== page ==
• A strong immune response can be seen in this immunofluorescence image of lung tissue infected with pneumonia where immune cells are stained green and red.

    A strong immune response can be seen in this immunofluorescence image of lung tissue infected with pneumonia where immune cells are stained green and red.

    Image: Colin Buss

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With these nanoparticles, a simple urine test could diagnose bacterial pneumonia

A strong immune response can be seen in this immunofluorescence image of lung tissue infected with pneumonia where immune cells are stained green and red.

Results could also indicate whether antibiotics have successfully treated the infection.


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Pneumonia, a respiratory disease that kills about 50,000 people in the United States every year, can be caused by many different microbes, including bacteria and viruses. Rapid detection of pneumonia is critical for effective treatment, especially in hospital-acquired cases which are often more severe. However, current diagnostic approaches often take several days to return definitive results, making it harder for doctors to prescribe the right treatment.

MIT researchers have now developed a nanoparticle-based technology that could be used to improve the speed of diagnosis. This type of sensor could also be used to monitor whether antibiotic therapy has successfully treated the infection, says Sangeeta Bhatia, the John and Dorothy Wilson Professor of Health Sciences and Technology and Electrical Engineering and Computer Science and the senior author of the study.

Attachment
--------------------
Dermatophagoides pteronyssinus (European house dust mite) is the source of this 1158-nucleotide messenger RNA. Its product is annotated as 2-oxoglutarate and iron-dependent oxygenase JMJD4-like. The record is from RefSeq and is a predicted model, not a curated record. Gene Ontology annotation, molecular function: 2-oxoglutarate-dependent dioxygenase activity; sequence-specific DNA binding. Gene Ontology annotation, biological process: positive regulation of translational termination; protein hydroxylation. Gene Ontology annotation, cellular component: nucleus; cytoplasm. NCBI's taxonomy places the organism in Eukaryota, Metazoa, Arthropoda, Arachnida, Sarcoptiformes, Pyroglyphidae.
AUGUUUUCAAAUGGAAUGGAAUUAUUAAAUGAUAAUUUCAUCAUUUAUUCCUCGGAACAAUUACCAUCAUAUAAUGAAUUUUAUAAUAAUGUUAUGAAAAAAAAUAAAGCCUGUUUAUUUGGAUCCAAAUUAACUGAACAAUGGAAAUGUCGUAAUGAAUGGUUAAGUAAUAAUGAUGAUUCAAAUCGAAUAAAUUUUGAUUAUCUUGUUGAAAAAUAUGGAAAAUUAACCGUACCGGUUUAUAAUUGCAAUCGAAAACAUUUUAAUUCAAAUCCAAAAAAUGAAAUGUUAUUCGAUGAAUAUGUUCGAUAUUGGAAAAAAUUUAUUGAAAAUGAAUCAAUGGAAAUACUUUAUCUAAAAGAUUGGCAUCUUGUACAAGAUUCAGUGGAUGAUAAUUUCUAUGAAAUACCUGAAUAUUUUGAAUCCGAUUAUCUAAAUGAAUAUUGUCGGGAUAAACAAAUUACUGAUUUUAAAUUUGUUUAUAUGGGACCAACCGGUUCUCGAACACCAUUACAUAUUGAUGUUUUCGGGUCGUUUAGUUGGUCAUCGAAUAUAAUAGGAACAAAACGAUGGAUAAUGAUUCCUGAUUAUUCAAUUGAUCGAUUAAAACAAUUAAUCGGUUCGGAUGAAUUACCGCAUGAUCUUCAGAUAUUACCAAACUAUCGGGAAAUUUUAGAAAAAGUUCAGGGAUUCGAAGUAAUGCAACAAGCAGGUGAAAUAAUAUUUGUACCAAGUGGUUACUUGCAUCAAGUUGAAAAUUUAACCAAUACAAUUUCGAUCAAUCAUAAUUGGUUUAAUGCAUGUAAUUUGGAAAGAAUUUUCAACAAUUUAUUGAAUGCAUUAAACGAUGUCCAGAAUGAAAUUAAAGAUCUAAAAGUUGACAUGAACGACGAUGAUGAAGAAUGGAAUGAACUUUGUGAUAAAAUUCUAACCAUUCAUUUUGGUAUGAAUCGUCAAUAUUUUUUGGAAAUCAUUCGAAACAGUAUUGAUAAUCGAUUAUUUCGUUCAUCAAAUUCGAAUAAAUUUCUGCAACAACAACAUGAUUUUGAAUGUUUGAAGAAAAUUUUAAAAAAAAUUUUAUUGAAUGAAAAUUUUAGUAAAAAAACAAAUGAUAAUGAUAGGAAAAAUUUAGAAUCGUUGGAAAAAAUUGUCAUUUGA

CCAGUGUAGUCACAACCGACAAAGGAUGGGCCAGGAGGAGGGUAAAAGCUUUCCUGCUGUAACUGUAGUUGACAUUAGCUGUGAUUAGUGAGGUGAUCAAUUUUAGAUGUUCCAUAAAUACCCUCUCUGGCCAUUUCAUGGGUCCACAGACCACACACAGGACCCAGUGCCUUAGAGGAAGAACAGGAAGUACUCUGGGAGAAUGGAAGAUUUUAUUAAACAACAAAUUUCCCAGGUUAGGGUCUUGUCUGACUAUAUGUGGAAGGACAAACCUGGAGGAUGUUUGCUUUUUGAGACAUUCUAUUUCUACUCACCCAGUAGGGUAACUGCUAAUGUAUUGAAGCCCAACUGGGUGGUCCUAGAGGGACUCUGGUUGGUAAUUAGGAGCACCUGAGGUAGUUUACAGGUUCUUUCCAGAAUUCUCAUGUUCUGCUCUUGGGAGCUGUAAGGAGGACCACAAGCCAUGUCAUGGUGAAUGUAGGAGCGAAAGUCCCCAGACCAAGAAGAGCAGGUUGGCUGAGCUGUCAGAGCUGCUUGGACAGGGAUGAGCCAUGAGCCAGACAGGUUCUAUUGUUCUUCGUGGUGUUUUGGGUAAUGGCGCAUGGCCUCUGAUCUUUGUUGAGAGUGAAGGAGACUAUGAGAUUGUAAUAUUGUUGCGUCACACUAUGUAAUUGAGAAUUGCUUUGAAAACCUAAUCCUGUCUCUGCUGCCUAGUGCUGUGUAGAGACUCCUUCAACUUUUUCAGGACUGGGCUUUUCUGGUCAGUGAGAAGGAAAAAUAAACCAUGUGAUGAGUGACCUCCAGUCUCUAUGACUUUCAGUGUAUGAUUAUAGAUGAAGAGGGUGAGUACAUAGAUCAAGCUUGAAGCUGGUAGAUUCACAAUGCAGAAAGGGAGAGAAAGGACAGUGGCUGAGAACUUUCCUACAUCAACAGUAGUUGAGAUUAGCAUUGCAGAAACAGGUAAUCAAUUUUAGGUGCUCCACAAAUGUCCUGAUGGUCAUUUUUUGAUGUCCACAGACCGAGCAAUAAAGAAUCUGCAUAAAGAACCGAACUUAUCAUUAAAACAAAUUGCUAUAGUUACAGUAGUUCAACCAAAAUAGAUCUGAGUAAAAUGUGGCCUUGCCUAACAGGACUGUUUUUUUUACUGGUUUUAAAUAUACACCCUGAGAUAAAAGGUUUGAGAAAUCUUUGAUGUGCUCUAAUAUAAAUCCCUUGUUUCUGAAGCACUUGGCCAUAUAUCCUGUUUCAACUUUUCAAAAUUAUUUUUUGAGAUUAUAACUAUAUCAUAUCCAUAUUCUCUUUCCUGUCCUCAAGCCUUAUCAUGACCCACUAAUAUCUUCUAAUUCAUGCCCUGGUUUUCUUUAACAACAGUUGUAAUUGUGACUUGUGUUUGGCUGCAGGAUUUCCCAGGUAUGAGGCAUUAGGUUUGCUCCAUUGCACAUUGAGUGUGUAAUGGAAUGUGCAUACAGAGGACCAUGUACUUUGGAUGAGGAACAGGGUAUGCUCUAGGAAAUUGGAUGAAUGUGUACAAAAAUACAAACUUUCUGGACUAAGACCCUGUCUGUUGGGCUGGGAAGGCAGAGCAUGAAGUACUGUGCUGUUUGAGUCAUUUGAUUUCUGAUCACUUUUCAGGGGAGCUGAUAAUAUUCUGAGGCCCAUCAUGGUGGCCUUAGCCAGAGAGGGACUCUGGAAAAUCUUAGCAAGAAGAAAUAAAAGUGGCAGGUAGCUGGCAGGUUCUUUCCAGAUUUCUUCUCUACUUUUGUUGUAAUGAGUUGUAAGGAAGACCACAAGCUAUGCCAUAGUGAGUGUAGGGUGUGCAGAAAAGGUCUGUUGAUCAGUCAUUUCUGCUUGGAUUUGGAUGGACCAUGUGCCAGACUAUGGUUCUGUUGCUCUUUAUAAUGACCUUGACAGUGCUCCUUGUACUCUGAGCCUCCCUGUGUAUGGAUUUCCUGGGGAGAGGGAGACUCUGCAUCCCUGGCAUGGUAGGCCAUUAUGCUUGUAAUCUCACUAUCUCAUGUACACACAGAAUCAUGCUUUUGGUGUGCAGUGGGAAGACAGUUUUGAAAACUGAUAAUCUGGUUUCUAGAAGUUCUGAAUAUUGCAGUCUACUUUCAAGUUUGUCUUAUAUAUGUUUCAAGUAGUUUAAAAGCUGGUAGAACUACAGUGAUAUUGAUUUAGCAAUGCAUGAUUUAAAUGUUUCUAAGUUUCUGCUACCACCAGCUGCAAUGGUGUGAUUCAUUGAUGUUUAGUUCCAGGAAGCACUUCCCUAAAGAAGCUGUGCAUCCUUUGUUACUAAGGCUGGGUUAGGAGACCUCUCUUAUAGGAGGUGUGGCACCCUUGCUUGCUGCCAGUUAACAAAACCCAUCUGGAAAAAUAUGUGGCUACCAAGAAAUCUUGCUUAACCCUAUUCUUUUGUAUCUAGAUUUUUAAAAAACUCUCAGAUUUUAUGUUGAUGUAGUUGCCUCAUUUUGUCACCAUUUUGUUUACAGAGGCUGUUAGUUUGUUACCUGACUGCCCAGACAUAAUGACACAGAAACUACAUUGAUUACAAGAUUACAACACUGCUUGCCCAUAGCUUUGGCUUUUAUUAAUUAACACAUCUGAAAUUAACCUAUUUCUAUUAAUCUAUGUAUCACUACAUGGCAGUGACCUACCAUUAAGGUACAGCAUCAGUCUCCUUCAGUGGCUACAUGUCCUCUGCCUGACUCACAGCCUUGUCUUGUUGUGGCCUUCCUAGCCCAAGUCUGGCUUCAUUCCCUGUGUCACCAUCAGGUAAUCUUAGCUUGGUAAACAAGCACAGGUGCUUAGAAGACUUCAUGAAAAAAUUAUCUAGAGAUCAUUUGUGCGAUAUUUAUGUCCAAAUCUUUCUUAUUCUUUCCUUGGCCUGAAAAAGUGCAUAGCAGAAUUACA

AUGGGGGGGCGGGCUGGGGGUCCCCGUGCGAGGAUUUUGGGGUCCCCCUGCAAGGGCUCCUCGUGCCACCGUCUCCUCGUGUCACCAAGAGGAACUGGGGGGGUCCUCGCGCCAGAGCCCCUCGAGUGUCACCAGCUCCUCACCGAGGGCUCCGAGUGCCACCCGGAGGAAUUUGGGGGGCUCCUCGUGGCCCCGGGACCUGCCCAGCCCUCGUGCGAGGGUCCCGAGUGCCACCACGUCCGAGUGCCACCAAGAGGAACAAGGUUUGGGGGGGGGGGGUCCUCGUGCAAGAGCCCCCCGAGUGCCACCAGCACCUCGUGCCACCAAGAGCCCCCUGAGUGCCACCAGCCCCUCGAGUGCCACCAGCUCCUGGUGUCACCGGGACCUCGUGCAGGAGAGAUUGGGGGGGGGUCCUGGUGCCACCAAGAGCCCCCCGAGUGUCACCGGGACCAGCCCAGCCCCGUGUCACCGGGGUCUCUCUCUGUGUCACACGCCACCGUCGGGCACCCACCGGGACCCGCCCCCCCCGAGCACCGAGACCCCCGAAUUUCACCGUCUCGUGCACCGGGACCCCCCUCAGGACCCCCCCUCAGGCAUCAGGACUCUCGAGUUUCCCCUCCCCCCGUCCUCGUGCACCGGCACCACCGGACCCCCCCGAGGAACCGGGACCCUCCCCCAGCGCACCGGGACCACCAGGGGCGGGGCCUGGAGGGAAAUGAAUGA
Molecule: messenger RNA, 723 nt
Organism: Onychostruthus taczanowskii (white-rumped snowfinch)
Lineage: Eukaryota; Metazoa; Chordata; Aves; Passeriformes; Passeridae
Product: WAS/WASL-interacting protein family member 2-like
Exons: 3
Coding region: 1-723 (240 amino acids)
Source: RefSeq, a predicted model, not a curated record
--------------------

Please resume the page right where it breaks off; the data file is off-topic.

“If the patient’s symptoms go away, then you assume the drug is working. But if the patient’s symptoms don’t go away, then you would want to see if the bacteria is still growing. We were trying to address that issue,” says Bhatia, who is also a member of MIT’s Koch Institute for Integrative Cancer Research and Institute for Medical Engineering and Science.

Graduate student Colin Buss and recent PhD recipient Jaideep Dudani are the lead authors of the paper, which appears online Nov. 29 in the journal EBioMedicine. Reid Akana, an MIT senior, and Heather Fleming, director of research for Bhatia’s lab, are also authors of the paper.

Sensors in the body

Several years ago, Bhatia and her colleagues developed a diagnostic approach that amplifies a signal from biomarkers already present in the body — specifically, enzymes called proteases, which chop up other proteins. The human genome encodes more than 500 different proteases, each of which targets different proteins.

The team developed nanoparticles coated with peptides (short proteins) that can be chopped up by certain proteases, such as those expressed by cancer cells. When these particles are injected into the body, they accumulate in tumors, if any are present, and proteases there chop the peptides from the nanoparticles. These peptides are eliminated as waste and can be detected by a simple urine test.

“We’ve been working on this idea that measuring enzyme activity could be a new way to peer inside the body,” Bhatia says.

In recent studies, she has shown that this approach can be used to detect different types of cancers, including very small ovarian tumors, which could enable earlier diagnosis of ovarian cancer.